The adventures of Laura Ingalls and her family continue as Pa, Ma, Laura, Mary, Carrie, and little Grace bravely face the hard winter of 1880-81 in their little house in the Dakota Territory. Blizzards cover the little town with snow, cutting off all supplies from the outside. Soon there is almost no food left, so young Almanzo Wilder and a friend make a dangerous trip across the prairie to find some wheat. Finally a joyous Christmas is celebrated in a very unusual way in this most exciting of all the Little House books.
This is one of my favorite books in the Little House series. As a kid, I think I loved it because of the way Laura and her family had to innovate to solve the difficult problems that arose from a particularly hard winter. It's also fun that Almanzo comes back into the story in this book. Even if you're feeling a bit bored with the other Little House books, it might be worth skipping ahead to give this one another try!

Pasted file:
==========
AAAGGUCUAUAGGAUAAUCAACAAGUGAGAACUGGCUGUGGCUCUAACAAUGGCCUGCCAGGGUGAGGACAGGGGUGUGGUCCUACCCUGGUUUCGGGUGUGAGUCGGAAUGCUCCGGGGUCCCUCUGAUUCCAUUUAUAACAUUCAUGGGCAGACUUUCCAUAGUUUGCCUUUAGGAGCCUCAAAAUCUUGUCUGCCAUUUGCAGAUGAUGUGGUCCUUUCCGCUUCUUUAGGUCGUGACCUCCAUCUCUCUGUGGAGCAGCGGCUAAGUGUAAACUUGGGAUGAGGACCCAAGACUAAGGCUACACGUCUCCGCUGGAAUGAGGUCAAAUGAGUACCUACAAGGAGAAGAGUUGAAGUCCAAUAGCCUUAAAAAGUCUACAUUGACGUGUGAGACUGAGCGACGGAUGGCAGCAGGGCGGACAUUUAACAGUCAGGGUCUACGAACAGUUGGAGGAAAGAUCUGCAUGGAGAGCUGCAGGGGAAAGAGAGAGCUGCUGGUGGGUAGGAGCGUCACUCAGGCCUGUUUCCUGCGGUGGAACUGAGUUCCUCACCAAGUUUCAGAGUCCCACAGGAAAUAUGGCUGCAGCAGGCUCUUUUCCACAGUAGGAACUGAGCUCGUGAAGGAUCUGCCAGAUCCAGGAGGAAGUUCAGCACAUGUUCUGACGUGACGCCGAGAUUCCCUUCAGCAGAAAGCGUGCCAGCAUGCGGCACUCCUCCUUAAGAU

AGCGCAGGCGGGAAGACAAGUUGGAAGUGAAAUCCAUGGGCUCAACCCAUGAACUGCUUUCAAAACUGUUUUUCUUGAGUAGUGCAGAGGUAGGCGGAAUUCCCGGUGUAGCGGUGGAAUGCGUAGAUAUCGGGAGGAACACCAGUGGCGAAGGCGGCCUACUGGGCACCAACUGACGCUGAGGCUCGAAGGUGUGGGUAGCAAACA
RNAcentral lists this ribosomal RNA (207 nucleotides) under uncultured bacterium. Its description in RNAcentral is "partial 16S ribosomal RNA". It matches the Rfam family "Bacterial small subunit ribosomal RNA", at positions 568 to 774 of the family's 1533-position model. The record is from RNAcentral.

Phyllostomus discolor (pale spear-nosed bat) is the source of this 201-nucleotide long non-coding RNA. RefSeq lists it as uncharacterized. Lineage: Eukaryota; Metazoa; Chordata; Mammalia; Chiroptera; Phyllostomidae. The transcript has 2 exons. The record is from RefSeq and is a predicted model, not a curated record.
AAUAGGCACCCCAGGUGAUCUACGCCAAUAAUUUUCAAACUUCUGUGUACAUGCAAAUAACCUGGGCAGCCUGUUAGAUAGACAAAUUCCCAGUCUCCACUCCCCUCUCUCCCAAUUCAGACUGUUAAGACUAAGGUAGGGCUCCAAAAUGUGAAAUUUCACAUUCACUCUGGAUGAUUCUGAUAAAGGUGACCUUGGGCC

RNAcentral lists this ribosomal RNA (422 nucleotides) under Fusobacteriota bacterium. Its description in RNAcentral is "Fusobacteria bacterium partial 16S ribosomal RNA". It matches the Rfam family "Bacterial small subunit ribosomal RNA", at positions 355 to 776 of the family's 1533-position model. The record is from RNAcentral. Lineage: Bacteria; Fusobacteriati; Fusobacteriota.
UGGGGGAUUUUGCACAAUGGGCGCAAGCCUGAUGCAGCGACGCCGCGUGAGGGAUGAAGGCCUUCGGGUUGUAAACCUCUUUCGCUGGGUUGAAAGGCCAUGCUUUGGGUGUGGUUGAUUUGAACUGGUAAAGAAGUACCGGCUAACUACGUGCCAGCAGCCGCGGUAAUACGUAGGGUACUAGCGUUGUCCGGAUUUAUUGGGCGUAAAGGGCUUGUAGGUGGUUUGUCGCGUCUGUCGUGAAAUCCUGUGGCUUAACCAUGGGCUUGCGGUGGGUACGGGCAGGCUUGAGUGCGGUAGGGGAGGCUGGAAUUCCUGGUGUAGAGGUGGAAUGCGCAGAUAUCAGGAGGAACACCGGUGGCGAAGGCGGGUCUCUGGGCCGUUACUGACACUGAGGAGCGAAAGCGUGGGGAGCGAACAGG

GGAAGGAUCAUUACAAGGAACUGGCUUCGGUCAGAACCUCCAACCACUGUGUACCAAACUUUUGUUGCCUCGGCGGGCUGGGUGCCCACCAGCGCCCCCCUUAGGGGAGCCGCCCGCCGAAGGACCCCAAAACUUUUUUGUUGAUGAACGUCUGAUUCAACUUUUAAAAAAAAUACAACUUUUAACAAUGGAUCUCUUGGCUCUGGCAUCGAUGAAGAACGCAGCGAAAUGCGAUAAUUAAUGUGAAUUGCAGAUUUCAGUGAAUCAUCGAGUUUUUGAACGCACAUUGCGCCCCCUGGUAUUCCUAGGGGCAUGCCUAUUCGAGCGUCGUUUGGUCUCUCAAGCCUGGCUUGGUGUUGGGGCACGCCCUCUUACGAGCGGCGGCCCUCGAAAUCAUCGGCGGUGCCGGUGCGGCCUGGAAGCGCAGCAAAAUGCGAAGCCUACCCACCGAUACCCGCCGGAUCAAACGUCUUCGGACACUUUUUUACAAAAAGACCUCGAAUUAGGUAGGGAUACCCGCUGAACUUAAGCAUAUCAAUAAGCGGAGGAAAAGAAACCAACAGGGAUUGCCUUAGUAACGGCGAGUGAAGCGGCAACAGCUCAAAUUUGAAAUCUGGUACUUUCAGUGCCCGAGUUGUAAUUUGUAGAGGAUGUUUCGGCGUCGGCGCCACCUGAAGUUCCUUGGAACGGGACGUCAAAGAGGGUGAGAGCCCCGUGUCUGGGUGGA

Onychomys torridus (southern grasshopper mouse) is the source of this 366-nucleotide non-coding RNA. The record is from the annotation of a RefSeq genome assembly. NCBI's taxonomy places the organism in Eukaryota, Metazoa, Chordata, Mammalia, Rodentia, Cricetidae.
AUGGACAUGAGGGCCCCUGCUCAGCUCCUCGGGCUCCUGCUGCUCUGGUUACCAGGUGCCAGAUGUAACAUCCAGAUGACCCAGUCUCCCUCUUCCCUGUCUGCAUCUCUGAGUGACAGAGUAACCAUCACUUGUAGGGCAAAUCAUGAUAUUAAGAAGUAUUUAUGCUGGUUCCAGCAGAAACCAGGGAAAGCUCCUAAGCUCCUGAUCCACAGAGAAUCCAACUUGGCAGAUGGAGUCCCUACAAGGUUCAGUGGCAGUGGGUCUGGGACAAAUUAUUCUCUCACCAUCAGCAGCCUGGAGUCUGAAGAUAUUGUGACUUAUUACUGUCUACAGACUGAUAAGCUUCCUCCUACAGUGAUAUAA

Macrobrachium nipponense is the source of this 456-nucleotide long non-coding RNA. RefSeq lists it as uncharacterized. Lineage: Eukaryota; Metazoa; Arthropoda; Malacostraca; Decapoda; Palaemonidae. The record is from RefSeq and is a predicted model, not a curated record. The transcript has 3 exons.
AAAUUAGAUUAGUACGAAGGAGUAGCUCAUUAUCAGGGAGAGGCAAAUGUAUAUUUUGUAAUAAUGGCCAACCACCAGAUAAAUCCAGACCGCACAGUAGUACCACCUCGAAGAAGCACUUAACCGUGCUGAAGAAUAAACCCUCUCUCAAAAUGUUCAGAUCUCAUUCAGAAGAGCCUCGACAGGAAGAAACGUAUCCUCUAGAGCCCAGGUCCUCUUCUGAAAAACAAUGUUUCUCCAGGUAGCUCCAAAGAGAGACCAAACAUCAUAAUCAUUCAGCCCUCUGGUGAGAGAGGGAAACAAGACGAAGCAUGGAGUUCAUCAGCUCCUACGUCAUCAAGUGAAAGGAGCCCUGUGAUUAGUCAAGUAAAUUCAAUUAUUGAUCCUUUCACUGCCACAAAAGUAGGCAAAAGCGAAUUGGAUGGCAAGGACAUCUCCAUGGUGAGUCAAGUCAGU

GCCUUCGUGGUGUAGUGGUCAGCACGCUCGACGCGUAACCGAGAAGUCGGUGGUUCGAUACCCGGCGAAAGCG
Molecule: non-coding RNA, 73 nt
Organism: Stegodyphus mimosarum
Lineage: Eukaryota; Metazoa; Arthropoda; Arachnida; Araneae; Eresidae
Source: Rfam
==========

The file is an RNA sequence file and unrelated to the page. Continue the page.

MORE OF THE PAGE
Laura Ingalls Wilder (1867–1957) was born in a log cabin in the Wisconsin woods. With her family, she pioneered throughout America’s heartland during the 1870s and 1880s, finally settling in Dakota Territory. She married Almanzo Wilder in 1885; their only daughter, Rose, was born the following year. The Wilders moved to Rocky Ridge Farm at Mansfield, Missouri, in 1894, where they established a permanent home. After years of farming, Laura wrote the first of her beloved Little House books in 1932. The nine Little House books are international classics. Her writings live on into the twenty-first century as America’s quintessential pioneer story.
Garth Williams (1912–1996) was known for his realistic yet highly expressive animal characters. He brought to life some of the best-loved children’s books of the twentieth century, including Laura Ingalls Wilder’s Little House series and E. B. White’s Charlotte’s Web and Stuart Little. Williams illustrated many timeless Golden Books, including Baby Farm Animals, Mister Dog, and The Friendly Book.
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